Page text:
Pet cause

Sustainability and animals go hand in paw

Adopting from a shelter helps reduce the population of homeless pets, which for cats alone exceeds 30 million.

Adopting from a shelter helps reduce the population of homeless pets, which for cats alone exceeds 30 million.

Valerie Reddemann has a soft spot for animals. She and her husband, Rob, have three dogs—all rescues—in their Chico household. Two they adopted within 24 hours of planned euthanasia at a North State shelter.

“We just couldn’t see that happening,” she said by phone. “We took them before we had the opportunity to meet them; we just grabbed them, because we didn’t want to see them put down.”

Their pack consists of a 14-year-old black Lab, a 3-year-old boxer mix and a 1-year-old black Lab mix. Brought home as puppies, the dogs all get along.

“I’m very big on the adoption of rescue animals,” Reddemann said.

Not only has the practice yielded a cozy canine clan, it fits within her broader sense of sustainability. She and other environmental lifestyle experts consider adoption one of the foremost ways to go green with pets.

Reddemann, vice chair of the Bidwell Park and Playground Commission, served on the city Sustainability Task Force and contributed to Chico’s Climate Action Plan. She founded, an online retailer of eco-friendly home products that operated 15 years (until 2012), and for five years co-hosted the podcast “More Hip Than Hippie” focused on green living.

In her experience, Reddemann said, people who integrate sustainability into their lives extend the same sensibility to pets.

“I always remind people that cheap treats and cheap pet toys are the equivalent of letting your children eat really bad junk food and play with toxic toys,” she continued. “If we wouldn’t let our kids do it, why would we let our pets do it? But it depends on your relationship with your pets, I guess.”

She’s careful to check what’s in food, toys, treats—even collars and leashes.

“Am I perfect? No,” she added, “but I certainly try.”

For other pet owners who want to try, too, here are 10 ways to be more sustainable, from Reddemann and eco-oriented websites and

1. Adopt, don’t shop

That’s Reddemann’ mantra. Look to shelters and rescue organizations over stores, unless the store is hosting an adoption drive.

“A lot of people forget or don’t realize that oftentimes they can find purebreds at shelters,” she said. “But I find that mixes typically are more healthy and have longer lifespans; they don’t have the hereditary problems that pure breeds get.”

2. Spay/neuter

Along with the 6 million to 8 million dogs and cats entering shelters each year, tens of millions live—and breed—out in U.S. communities. The U.S. Humane Society estimates the homeless cat population alone at 30 million to 40 million.

As TreeHugger notes, “when strays multiply, they can severely impact the surrounding ecosystem.” Follow Bob Barker’s advice from The Price Is Right: “Help control the pet population; have your pets spayed or neutered.”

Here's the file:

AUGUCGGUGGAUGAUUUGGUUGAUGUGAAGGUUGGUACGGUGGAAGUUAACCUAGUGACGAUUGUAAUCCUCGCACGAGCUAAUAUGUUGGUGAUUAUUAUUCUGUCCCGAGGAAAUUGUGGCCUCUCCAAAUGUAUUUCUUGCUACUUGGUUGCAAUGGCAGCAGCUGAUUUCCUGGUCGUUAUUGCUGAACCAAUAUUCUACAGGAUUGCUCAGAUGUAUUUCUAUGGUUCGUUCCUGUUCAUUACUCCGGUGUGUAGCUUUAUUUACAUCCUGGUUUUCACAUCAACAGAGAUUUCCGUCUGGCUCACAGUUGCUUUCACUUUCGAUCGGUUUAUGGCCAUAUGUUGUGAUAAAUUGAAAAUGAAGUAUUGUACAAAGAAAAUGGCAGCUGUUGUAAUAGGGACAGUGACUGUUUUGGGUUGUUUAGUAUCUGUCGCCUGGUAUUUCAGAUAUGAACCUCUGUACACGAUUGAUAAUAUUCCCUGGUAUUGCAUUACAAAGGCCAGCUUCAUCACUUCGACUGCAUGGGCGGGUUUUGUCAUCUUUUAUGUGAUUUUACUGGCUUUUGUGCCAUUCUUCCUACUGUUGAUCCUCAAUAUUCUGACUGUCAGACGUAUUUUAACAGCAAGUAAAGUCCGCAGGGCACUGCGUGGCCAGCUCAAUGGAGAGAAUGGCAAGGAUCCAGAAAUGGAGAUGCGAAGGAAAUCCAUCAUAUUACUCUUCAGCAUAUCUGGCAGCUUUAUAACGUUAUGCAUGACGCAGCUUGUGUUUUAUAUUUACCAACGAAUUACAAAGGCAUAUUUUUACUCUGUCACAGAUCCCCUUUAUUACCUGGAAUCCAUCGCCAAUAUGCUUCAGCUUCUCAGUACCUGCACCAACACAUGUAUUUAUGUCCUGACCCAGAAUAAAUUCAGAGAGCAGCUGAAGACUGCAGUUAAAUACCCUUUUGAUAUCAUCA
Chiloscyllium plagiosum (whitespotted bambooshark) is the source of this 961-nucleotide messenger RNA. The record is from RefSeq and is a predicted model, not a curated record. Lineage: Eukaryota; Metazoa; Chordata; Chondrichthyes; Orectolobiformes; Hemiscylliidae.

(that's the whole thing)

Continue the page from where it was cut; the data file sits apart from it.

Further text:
3. Get green products

From bedding to grooming, toys to attire, manufacturers use a wide range of materials in their products—some safer than others.

For Small Footprint Family, Dawn Gifford recommends reading labels to look for natural fibers and ingredients. Avoid plastics with vinyl, phthalates or BPAs. Use shampoos, conditioners and clean-up products free from toxic chemicals.

4. Feed healthfully

Counterintuitively, perhaps, pet food promotes sustainability. Gifford points out that the meat, grains and produce that go into kibbles and cans consist of byproducts—animal parts and damaged crops not sold in grocery stores.

“Pet food production greatly reduces waste in our industrial agricultural system,” she writes, “keeping valuable food resources out of the landfill.”

That said, not all pet food is the same. Check ingredients. Higher quality may cost more but can pay dividends.

“As I talked with my vet, it was, ‘Pay me now [or] pay me later,’” Reddemann said.

5. Make treats

Cut down on packaging by whipping up dog snacks at home. has an array of recipes. For cats, consider growing catnip or cat grass (Dactylis glomerata).

6. Compost pet waste

Fecal matter is a growing problem. American dogs produce 10 million tons a year, while cat litter adds 2 million tons to landfills. Neither animal’s waste is usable as manure due to bacteria and pathogens. (See Weekly Dose, page 13.)

Pet feces can be composted, however, as long as it’s done separately from vegetable garden composting. The process requires special enzymes; for cats, biodegradable litter as well. This compost requires 18 months and shouldn’t be used on edible flora. Check for suggestions.

7. Protect wildlife

According to the American Bird Conservancy, domestic cats kill 2.4 billion birds a year—the top human-related threat to avian species in the U.S. and Canada. Cats also kill 12.3 billion small land animals such as lizards, frogs, snakes and chipmunks.

If your feline is particularly fierce, consider limiting its outdoor time; otherwise, put up an enclosure or remove features that attract vulnerable creatures, such as feeders and fountains.

8. Buy in bulk

In the same vein of making treats, pet owners can reduce trash by purchasing food and care products in large quantities. Added bonus: Fewer trips to the store!

9. Don’t overindulge ’em

As Gifford writes, “The needs of dogs and cats are very simple …. But the $60 billion pet industry would have you believe you need an ever-increasing amount of consumer goods for your furry friend.”

A few toys are fine. When dog bones fill the den or your cat needs a closet …

10. Look for “Made in the USA”

Buy local is a great philosophy overall, but Reddemann has a specific reason for this recommendation.

“The regulations are much stricter here,” she said, “especially for toys and for food.”